We live in a world avid for spectacle (as, of course, did the Romans). We have already extended the concept of the Games to the disabled; why not to the fat? After all, the medical journals are agreed that obesity is a medical and not a moral problem. And just because the fat are ill doesn”€™t mean to say that they can”€™t participate in various sports, though it is true that some events”€”for example, the pole vault”€”might prove impractical. Technology, however, is improving all the time, and I am sure that before long the manufacturers would come up with something that could project the obese over the bar from a standing start. And there is no reason slavishly to copy the Games for the slim: A sprint could be twenty meters and a long-distance race anything over eighty.

The Games would be open to anyone with a body mass index over 40 (the BMI being the weight in kilos divided by the height in meters squared). I feel confident that the Games would attract a vast crowd and probably pay for themselves (unlike the Olympics). And obesity would serve to equalize prowess between the sexes, there being no reason to suppose that very fat men can waddle any faster or farther than very fat women. It is completely retrograde, by the way, that the Olympic Games should be arranged in a purely dichotomous and outdated way, as if there were only two sexes and they were determined by biology. I urge the Olympic Committee to read the recent New England Journal of Medicine editorial providing definitions of the various genders, for example a cisgender man being “€œa person assigned male sex at birth who identifies as a man,”€ the assignment at birth having been, of course, purely arbitrary, a matter of chance or the result of a toss of a coin. A genderqueer is “€œa person with a nonbinary gender identity, identifying as both a man and a woman or as neither.”€ As the NEJM rather coyly puts it in a footnote, “€œSome concepts are evolving so usage may vary.”€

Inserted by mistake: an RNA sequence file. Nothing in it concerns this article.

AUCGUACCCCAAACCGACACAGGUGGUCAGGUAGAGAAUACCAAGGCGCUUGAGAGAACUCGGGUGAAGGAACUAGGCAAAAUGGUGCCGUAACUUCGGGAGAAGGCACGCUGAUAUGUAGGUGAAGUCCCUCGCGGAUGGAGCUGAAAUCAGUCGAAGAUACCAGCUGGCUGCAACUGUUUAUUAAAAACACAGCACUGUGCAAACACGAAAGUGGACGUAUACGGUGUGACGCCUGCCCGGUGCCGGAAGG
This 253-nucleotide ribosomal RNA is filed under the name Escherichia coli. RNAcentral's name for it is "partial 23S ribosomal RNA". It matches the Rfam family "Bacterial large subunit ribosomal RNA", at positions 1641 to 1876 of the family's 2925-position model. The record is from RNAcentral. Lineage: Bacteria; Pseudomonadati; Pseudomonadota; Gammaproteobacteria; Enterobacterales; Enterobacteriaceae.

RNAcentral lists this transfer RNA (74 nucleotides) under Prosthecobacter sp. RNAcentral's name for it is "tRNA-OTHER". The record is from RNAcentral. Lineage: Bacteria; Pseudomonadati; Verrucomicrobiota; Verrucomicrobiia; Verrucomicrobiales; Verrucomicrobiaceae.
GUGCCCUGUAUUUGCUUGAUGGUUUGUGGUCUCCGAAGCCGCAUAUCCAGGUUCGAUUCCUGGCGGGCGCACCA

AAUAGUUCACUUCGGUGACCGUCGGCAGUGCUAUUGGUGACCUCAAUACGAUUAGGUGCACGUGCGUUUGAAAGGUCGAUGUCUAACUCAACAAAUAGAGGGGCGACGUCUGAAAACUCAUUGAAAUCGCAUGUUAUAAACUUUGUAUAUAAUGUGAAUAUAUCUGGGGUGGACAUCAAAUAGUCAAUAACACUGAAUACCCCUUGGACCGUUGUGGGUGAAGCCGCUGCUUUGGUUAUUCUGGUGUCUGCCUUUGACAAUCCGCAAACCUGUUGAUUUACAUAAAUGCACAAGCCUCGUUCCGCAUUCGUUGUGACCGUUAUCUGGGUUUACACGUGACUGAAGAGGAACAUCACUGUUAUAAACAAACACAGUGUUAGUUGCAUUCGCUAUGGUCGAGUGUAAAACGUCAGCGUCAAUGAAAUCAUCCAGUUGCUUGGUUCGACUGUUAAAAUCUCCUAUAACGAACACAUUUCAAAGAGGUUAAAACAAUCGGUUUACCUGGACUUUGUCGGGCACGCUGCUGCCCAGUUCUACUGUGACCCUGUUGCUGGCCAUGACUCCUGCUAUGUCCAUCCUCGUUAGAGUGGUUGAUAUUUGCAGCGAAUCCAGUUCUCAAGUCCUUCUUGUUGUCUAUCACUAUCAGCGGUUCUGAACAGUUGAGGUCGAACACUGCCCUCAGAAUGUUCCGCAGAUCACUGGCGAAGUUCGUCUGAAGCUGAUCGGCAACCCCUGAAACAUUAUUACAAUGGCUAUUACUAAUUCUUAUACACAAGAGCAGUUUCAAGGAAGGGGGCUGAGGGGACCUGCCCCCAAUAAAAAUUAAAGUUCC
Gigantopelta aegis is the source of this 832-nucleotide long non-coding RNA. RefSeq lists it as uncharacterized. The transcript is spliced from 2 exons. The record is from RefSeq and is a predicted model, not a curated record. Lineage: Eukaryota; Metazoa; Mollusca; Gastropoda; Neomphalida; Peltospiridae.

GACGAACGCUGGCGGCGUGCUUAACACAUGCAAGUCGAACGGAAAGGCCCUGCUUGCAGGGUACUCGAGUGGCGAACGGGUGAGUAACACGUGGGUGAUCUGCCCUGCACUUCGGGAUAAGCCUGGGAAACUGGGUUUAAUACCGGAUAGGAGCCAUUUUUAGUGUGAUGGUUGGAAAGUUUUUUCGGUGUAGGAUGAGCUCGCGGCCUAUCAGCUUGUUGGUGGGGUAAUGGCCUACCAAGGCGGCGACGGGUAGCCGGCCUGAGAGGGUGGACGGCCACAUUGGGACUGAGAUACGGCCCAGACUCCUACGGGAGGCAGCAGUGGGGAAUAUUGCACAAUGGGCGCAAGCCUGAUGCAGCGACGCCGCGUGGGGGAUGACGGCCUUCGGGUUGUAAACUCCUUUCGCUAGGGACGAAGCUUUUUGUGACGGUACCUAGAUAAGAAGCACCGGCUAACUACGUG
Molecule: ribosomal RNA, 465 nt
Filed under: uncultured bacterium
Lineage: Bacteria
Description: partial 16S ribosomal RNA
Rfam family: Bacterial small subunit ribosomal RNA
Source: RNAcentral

I believe the Olympic slogan is “€œFaster, higher, stronger.”€ To this could be added “€œfatter”€ as the slogan of the new Games. These Games would be much fairer than the traditional ones inasmuch as they would be based on a purely objective measurement, the BMI, and not on a completely arbitrary division such as that between men and women. Besides, it is much easier nowadays to change one’s sex than one’s weight.

When you come to think of it, there are many kinds of Olympics that we could have. We should then have public spectacles all year round to help us take our minds off things, or destroy them (our minds, that is) altogether. Hamburgers and circuses show that we have made progress from the days of bread and circuses.


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